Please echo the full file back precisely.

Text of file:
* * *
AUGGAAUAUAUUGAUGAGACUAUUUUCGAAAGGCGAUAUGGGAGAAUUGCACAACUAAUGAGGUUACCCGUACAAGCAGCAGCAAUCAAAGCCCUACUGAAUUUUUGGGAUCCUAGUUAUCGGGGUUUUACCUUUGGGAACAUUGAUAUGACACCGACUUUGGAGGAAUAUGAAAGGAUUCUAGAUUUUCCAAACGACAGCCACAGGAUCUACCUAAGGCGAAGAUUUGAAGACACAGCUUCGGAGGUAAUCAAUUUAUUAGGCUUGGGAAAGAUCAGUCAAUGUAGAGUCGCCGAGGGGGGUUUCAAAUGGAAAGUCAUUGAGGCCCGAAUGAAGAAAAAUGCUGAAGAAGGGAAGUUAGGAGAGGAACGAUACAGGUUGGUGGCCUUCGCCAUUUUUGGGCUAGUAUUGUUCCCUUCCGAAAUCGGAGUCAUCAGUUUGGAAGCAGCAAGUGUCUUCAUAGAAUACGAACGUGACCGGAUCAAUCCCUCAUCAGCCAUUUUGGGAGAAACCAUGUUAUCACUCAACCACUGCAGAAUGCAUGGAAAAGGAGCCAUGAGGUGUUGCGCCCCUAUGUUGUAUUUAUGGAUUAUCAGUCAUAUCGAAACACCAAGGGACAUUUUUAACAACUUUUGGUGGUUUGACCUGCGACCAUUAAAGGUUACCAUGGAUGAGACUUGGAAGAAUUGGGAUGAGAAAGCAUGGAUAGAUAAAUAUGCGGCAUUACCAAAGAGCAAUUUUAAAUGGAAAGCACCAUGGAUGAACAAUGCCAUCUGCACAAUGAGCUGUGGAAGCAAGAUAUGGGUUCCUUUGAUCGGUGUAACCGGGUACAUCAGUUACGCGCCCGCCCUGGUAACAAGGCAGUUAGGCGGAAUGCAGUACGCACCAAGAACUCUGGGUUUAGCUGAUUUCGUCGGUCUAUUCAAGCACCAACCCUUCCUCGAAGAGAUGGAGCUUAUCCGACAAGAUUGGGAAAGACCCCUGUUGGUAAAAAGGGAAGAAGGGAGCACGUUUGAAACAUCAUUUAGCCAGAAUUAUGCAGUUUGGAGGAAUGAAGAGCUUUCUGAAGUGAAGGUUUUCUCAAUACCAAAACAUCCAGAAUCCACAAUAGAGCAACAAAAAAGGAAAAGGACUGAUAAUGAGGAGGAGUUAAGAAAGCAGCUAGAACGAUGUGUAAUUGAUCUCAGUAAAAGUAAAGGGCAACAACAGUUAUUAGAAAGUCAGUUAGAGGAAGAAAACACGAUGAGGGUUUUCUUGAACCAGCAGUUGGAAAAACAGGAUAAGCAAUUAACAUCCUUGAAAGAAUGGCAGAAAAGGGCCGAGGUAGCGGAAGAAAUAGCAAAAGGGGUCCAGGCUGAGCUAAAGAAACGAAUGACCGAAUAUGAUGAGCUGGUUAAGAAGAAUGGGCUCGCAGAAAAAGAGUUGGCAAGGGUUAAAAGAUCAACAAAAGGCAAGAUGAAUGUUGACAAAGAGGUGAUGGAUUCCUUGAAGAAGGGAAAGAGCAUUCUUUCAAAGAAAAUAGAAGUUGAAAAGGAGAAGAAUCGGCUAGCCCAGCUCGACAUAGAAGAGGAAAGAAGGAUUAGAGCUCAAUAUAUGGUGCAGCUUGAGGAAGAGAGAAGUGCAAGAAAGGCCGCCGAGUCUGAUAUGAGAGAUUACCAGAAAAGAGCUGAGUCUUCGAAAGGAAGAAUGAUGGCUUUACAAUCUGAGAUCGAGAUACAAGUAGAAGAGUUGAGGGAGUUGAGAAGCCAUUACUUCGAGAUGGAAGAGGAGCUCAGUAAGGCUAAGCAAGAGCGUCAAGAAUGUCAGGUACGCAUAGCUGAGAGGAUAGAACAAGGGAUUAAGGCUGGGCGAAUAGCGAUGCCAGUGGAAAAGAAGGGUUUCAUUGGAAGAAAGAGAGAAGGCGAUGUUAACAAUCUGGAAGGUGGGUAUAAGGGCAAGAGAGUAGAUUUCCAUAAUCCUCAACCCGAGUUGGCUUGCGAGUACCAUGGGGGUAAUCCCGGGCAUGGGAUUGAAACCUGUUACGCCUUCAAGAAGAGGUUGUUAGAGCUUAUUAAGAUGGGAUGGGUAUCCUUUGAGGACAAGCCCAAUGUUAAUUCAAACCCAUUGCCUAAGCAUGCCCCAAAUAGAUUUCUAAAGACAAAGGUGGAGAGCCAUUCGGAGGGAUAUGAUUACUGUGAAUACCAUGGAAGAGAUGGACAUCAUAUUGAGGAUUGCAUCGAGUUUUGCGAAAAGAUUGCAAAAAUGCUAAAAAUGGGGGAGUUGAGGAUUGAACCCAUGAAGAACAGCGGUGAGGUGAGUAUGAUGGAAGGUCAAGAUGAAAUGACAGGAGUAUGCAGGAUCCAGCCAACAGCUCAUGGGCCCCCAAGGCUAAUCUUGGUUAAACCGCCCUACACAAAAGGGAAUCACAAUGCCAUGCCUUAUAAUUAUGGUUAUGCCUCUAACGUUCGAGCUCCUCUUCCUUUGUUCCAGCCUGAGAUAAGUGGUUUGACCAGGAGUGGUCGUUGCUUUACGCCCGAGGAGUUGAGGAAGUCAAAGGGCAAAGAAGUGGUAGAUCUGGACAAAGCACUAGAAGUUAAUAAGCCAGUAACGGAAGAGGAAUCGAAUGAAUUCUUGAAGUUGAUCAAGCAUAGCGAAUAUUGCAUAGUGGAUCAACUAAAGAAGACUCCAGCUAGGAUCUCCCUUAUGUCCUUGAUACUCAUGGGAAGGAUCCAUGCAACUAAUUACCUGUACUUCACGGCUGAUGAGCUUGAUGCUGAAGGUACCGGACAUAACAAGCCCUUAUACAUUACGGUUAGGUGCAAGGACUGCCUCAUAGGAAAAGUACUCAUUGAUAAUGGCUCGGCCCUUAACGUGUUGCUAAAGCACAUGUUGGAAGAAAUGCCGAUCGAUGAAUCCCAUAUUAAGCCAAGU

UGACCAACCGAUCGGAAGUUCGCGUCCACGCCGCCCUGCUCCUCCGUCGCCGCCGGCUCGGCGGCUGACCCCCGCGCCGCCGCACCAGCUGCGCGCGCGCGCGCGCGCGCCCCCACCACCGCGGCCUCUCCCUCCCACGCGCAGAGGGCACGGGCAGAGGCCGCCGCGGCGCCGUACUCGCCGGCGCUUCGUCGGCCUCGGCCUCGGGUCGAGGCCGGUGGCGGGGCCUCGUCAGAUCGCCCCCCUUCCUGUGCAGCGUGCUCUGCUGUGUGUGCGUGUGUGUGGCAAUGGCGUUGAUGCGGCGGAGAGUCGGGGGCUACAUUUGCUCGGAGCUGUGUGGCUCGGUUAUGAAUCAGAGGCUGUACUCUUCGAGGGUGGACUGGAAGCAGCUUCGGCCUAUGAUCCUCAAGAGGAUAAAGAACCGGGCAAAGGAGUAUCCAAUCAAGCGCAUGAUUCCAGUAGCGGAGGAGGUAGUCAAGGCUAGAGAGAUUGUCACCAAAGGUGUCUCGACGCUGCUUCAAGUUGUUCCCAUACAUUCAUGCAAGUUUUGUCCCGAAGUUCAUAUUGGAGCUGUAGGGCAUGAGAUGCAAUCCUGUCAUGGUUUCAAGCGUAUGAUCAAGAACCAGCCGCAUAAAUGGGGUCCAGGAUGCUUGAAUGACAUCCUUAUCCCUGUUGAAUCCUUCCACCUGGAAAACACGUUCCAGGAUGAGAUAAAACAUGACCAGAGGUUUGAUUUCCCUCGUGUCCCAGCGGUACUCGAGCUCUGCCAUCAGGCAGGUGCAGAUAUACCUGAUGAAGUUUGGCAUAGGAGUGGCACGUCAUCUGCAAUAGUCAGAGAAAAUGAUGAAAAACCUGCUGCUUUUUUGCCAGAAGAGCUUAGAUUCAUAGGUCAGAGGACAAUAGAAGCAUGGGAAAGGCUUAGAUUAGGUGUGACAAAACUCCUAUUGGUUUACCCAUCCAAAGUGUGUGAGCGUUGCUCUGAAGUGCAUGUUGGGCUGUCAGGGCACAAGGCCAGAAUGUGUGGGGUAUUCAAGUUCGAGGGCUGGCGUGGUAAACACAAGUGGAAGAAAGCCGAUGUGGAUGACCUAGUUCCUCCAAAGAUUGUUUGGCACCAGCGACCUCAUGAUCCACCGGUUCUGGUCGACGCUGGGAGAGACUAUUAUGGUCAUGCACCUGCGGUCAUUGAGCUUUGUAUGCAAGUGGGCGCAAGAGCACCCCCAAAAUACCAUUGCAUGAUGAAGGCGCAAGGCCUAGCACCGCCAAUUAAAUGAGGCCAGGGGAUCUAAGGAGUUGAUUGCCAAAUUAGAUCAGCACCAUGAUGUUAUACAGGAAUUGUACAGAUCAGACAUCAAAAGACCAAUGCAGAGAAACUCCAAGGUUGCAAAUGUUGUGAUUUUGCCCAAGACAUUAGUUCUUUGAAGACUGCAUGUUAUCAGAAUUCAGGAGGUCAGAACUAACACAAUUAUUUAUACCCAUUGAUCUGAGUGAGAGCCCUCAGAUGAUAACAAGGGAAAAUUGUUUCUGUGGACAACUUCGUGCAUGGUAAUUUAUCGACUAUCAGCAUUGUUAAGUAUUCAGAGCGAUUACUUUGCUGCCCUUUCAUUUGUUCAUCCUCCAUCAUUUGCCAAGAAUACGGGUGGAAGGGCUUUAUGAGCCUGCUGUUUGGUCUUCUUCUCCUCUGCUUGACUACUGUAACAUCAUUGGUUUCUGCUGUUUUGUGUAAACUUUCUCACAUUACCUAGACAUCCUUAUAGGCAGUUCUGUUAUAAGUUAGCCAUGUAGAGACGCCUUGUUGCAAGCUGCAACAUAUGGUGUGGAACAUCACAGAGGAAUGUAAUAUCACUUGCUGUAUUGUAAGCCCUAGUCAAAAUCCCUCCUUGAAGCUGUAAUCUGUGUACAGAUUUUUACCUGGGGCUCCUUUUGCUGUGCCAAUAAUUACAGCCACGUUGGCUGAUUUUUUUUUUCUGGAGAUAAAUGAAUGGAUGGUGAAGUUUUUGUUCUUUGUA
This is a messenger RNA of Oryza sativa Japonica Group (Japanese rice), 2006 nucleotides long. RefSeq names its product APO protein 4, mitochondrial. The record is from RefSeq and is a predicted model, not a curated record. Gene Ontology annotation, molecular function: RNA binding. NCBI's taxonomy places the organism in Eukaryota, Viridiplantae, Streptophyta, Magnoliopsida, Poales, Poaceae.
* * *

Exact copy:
AUGGAAUAUAUUGAUGAGACUAUUUUCGAAAGGCGAUAUGGGAGAAUUGCACAACUAAUGAGGUUACCCGUACAAGCAGCAGCAAUCAAAGCCCUACUGAAUUUUUGGGAUCCUAGUUAUCGGGGUUUUACCUUUGGGAACAUUGAUAUGACACCGACUUUGGAGGAAUAUGAAAGGAUUCUAGAUUUUCCAAACGACAGCCACAGGAUCUACCUAAGGCGAAGAUUUGAAGACACAGCUUCGGAGGUAAUCAAUUUAUUAGGCUUGGGAAAGAUCAGUCAAUGUAGAGUCGCCGAGGGGGGUUUCAAAUGGAAAGUCAUUGAGGCCCGAAUGAAGAAAAAUGCUGAAGAAGGGAAGUUAGGAGAGGAACGAUACAGGUUGGUGGCCUUCGCCAUUUUUGGGCUAGUAUUGUUCCCUUCCGAAAUCGGAGUCAUCAGUUUGGAAGCAGCAAGUGUCUUCAUAGAAUACGAACGUGACCGGAUCAAUCCCUCAUCAGCCAUUUUGGGAGAAACCAUGUUAUCACUCAACCACUGCAGAAUGCAUGGAAAAGGAGCCAUGAGGUGUUGCGCCCCUAUGUUGUAUUUAUGGAUUAUCAGUCAUAUCGAAACACCAAGGGACAUUUUUAACAACUUUUGGUGGUUUGACCUGCGACCAUUAAAGGUUACCAUGGAUGAGACUUGGAAGAAUUGGGAUGAGAAAGCAUGGAUAGAUAAAUAUGCGGCAUUACCAAAGAGCAAUUUUAAAUGGAAAGCACCAUGGAUGAACAAUGCCAUCUGCACAAUGAGCUGUGGAAGCAAGAUAUGGGUUCCUUUGAUCGGUGUAACCGGGUACAUCAGUUACGCGCCCGCCCUGGUAACAAGGCAGUUAGGCGGAAUGCAGUACGCACCAAGAACUCUGGGUUUAGCUGAUUUCGUCGGUCUAUUCAAGCACCAACCCUUCCUCGAAGAGAUGGAGCUUAUCCGACAAGAUUGGGAAAGACCCCUGUUGGUAAAAAGGGAAGAAGGGAGCACGUUUGAAACAUCAUUUAGCCAGAAUUAUGCAGUUUGGAGGAAUGAAGAGCUUUCUGAAGUGAAGGUUUUCUCAAUACCAAAACAUCCAGAAUCCACAAUAGAGCAACAAAAAAGGAAAAGGACUGAUAAUGAGGAGGAGUUAAGAAAGCAGCUAGAACGAUGUGUAAUUGAUCUCAGUAAAAGUAAAGGGCAACAACAGUUAUUAGAAAGUCAGUUAGAGGAAGAAAACACGAUGAGGGUUUUCUUGAACCAGCAGUUGGAAAAACAGGAUAAGCAAUUAACAUCCUUGAAAGAAUGGCAGAAAAGGGCCGAGGUAGCGGAAGAAAUAGCAAAAGGGGUCCAGGCUGAGCUAAAGAAACGAAUGACCGAAUAUGAUGAGCUGGUUAAGAAGAAUGGGCUCGCAGAAAAAGAGUUGGCAAGGGUUAAAAGAUCAACAAAAGGCAAGAUGAAUGUUGACAAAGAGGUGAUGGAUUCCUUGAAGAAGGGAAAGAGCAUUCUUUCAAAGAAAAUAGAAGUUGAAAAGGAGAAGAAUCGGCUAGCCCAGCUCGACAUAGAAGAGGAAAGAAGGAUUAGAGCUCAAUAUAUGGUGCAGCUUGAGGAAGAGAGAAGUGCAAGAAAGGCCGCCGAGUCUGAUAUGAGAGAUUACCAGAAAAGAGCUGAGUCUUCGAAAGGAAGAAUGAUGGCUUUACAAUCUGAGAUCGAGAUACAAGUAGAAGAGUUGAGGGAGUUGAGAAGCCAUUACUUCGAGAUGGAAGAGGAGCUCAGUAAGGCUAAGCAAGAGCGUCAAGAAUGUCAGGUACGCAUAGCUGAGAGGAUAGAACAAGGGAUUAAGGCUGGGCGAAUAGCGAUGCCAGUGGAAAAGAAGGGUUUCAUUGGAAGAAAGAGAGAAGGCGAUGUUAACAAUCUGGAAGGUGGGUAUAAGGGCAAGAGAGUAGAUUUCCAUAAUCCUCAACCCGAGUUGGCUUGCGAGUACCAUGGGGGUAAUCCCGGGCAUGGGAUUGAAACCUGUUACGCCUUCAAGAAGAGGUUGUUAGAGCUUAUUAAGAUGGGAUGGGUAUCCUUUGAGGACAAGCCCAAUGUUAAUUCAAACCCAUUGCCUAAGCAUGCCCCAAAUAGAUUUCUAAAGACAAAGGUGGAGAGCCAUUCGGAGGGAUAUGAUUACUGUGAAUACCAUGGAAGAGAUGGACAUCAUAUUGAGGAUUGCAUCGAGUUUUGCGAAAAGAUUGCAAAAAUGCUAAAAAUGGGGGAGUUGAGGAUUGAACCCAUGAAGAACAGCGGUGAGGUGAGUAUGAUGGAAGGUCAAGAUGAAAUGACAGGAGUAUGCAGGAUCCAGCCAACAGCUCAUGGGCCCCCAAGGCUAAUCUUGGUUAAACCGCCCUACACAAAAGGGAAUCACAAUGCCAUGCCUUAUAAUUAUGGUUAUGCCUCUAACGUUCGAGCUCCUCUUCCUUUGUUCCAGCCUGAGAUAAGUGGUUUGACCAGGAGUGGUCGUUGCUUUACGCCCGAGGAGUUGAGGAAGUCAAAGGGCAAAGAAGUGGUAGAUCUGGACAAAGCACUAGAAGUUAAUAAGCCAGUAACGGAAGAGGAAUCGAAUGAAUUCUUGAAGUUGAUCAAGCAUAGCGAAUAUUGCAUAGUGGAUCAACUAAAGAAGACUCCAGCUAGGAUCUCCCUUAUGUCCUUGAUACUCAUGGGAAGGAUCCAUGCAACUAAUUACCUGUACUUCACGGCUGAUGAGCUUGAUGCUGAAGGUACCGGACAUAACAAGCCCUUAUACAUUACGGUUAGGUGCAAGGACUGCCUCAUAGGAAAAGUACUCAUUGAUAAUGGCUCGGCCCUUAACGUGUUGCUAAAGCACAUGUUGGAAGAAAUGCCGAUCGAUGAAUCCCAUAUUAAGCCAAGU

UGACCAACCGAUCGGAAGUUCGCGUCCACGCCGCCCUGCUCCUCCGUCGCCGCCGGCUCGGCGGCUGACCCCCGCGCCGCCGCACCAGCUGCGCGCGCGCGCGCGCGCGCCCCCACCACCGCGGCCUCUCCCUCCCACGCGCAGAGGGCACGGGCAGAGGCCGCCGCGGCGCCGUACUCGCCGGCGCUUCGUCGGCCUCGGCCUCGGGUCGAGGCCGGUGGCGGGGCCUCGUCAGAUCGCCCCCCUUCCUGUGCAGCGUGCUCUGCUGUGUGUGCGUGUGUGUGGCAAUGGCGUUGAUGCGGCGGAGAGUCGGGGGCUACAUUUGCUCGGAGCUGUGUGGCUCGGUUAUGAAUCAGAGGCUGUACUCUUCGAGGGUGGACUGGAAGCAGCUUCGGCCUAUGAUCCUCAAGAGGAUAAAGAACCGGGCAAAGGAGUAUCCAAUCAAGCGCAUGAUUCCAGUAGCGGAGGAGGUAGUCAAGGCUAGAGAGAUUGUCACCAAAGGUGUCUCGACGCUGCUUCAAGUUGUUCCCAUACAUUCAUGCAAGUUUUGUCCCGAAGUUCAUAUUGGAGCUGUAGGGCAUGAGAUGCAAUCCUGUCAUGGUUUCAAGCGUAUGAUCAAGAACCAGCCGCAUAAAUGGGGUCCAGGAUGCUUGAAUGACAUCCUUAUCCCUGUUGAAUCCUUCCACCUGGAAAACACGUUCCAGGAUGAGAUAAAACAUGACCAGAGGUUUGAUUUCCCUCGUGUCCCAGCGGUACUCGAGCUCUGCCAUCAGGCAGGUGCAGAUAUACCUGAUGAAGUUUGGCAUAGGAGUGGCACGUCAUCUGCAAUAGUCAGAGAAAAUGAUGAAAAACCUGCUGCUUUUUUGCCAGAAGAGCUUAGAUUCAUAGGUCAGAGGACAAUAGAAGCAUGGGAAAGGCUUAGAUUAGGUGUGACAAAACUCCUAUUGGUUUACCCAUCCAAAGUGUGUGAGCGUUGCUCUGAAGUGCAUGUUGGGCUGUCAGGGCACAAGGCCAGAAUGUGUGGGGUAUUCAAGUUCGAGGGCUGGCGUGGUAAACACAAGUGGAAGAAAGCCGAUGUGGAUGACCUAGUUCCUCCAAAGAUUGUUUGGCACCAGCGACCUCAUGAUCCACCGGUUCUGGUCGACGCUGGGAGAGACUAUUAUGGUCAUGCACCUGCGGUCAUUGAGCUUUGUAUGCAAGUGGGCGCAAGAGCACCCCCAAAAUACCAUUGCAUGAUGAAGGCGCAAGGCCUAGCACCGCCAAUUAAAUGAGGCCAGGGGAUCUAAGGAGUUGAUUGCCAAAUUAGAUCAGCACCAUGAUGUUAUACAGGAAUUGUACAGAUCAGACAUCAAAAGACCAAUGCAGAGAAACUCCAAGGUUGCAAAUGUUGUGAUUUUGCCCAAGACAUUAGUUCUUUGAAGACUGCAUGUUAUCAGAAUUCAGGAGGUCAGAACUAACACAAUUAUUUAUACCCAUUGAUCUGAGUGAGAGCCCUCAGAUGAUAACAAGGGAAAAUUGUUUCUGUGGACAACUUCGUGCAUGGUAAUUUAUCGACUAUCAGCAUUGUUAAGUAUUCAGAGCGAUUACUUUGCUGCCCUUUCAUUUGUUCAUCCUCCAUCAUUUGCCAAGAAUACGGGUGGAAGGGCUUUAUGAGCCUGCUGUUUGGUCUUCUUCUCCUCUGCUUGACUACUGUAACAUCAUUGGUUUCUGCUGUUUUGUGUAAACUUUCUCACAUUACCUAGACAUCCUUAUAGGCAGUUCUGUUAUAAGUUAGCCAUGUAGAGACGCCUUGUUGCAAGCUGCAACAUAUGGUGUGGAACAUCACAGAGGAAUGUAAUAUCACUUGCUGUAUUGUAAGCCCUAGUCAAAAUCCCUCCUUGAAGCUGUAAUCUGUGUACAGAUUUUUACCUGGGGCUCCUUUUGCUGUGCCAAUAAUUACAGCCACGUUGGCUGAUUUUUUUUUUCUGGAGAUAAAUGAAUGGAUGGUGAAGUUUUUGUUCUUUGUA
This is a messenger RNA of Oryza sativa Japonica Group (Japanese rice), 2006 nucleotides long. RefSeq names its product APO protein 4, mitochondrial. The record is from RefSeq and is a predicted model, not a curated record. Gene Ontology annotation, molecular function: RNA binding. NCBI's taxonomy places the organism in Eukaryota, Viridiplantae, Streptophyta, Magnoliopsida, Poales, Poaceae.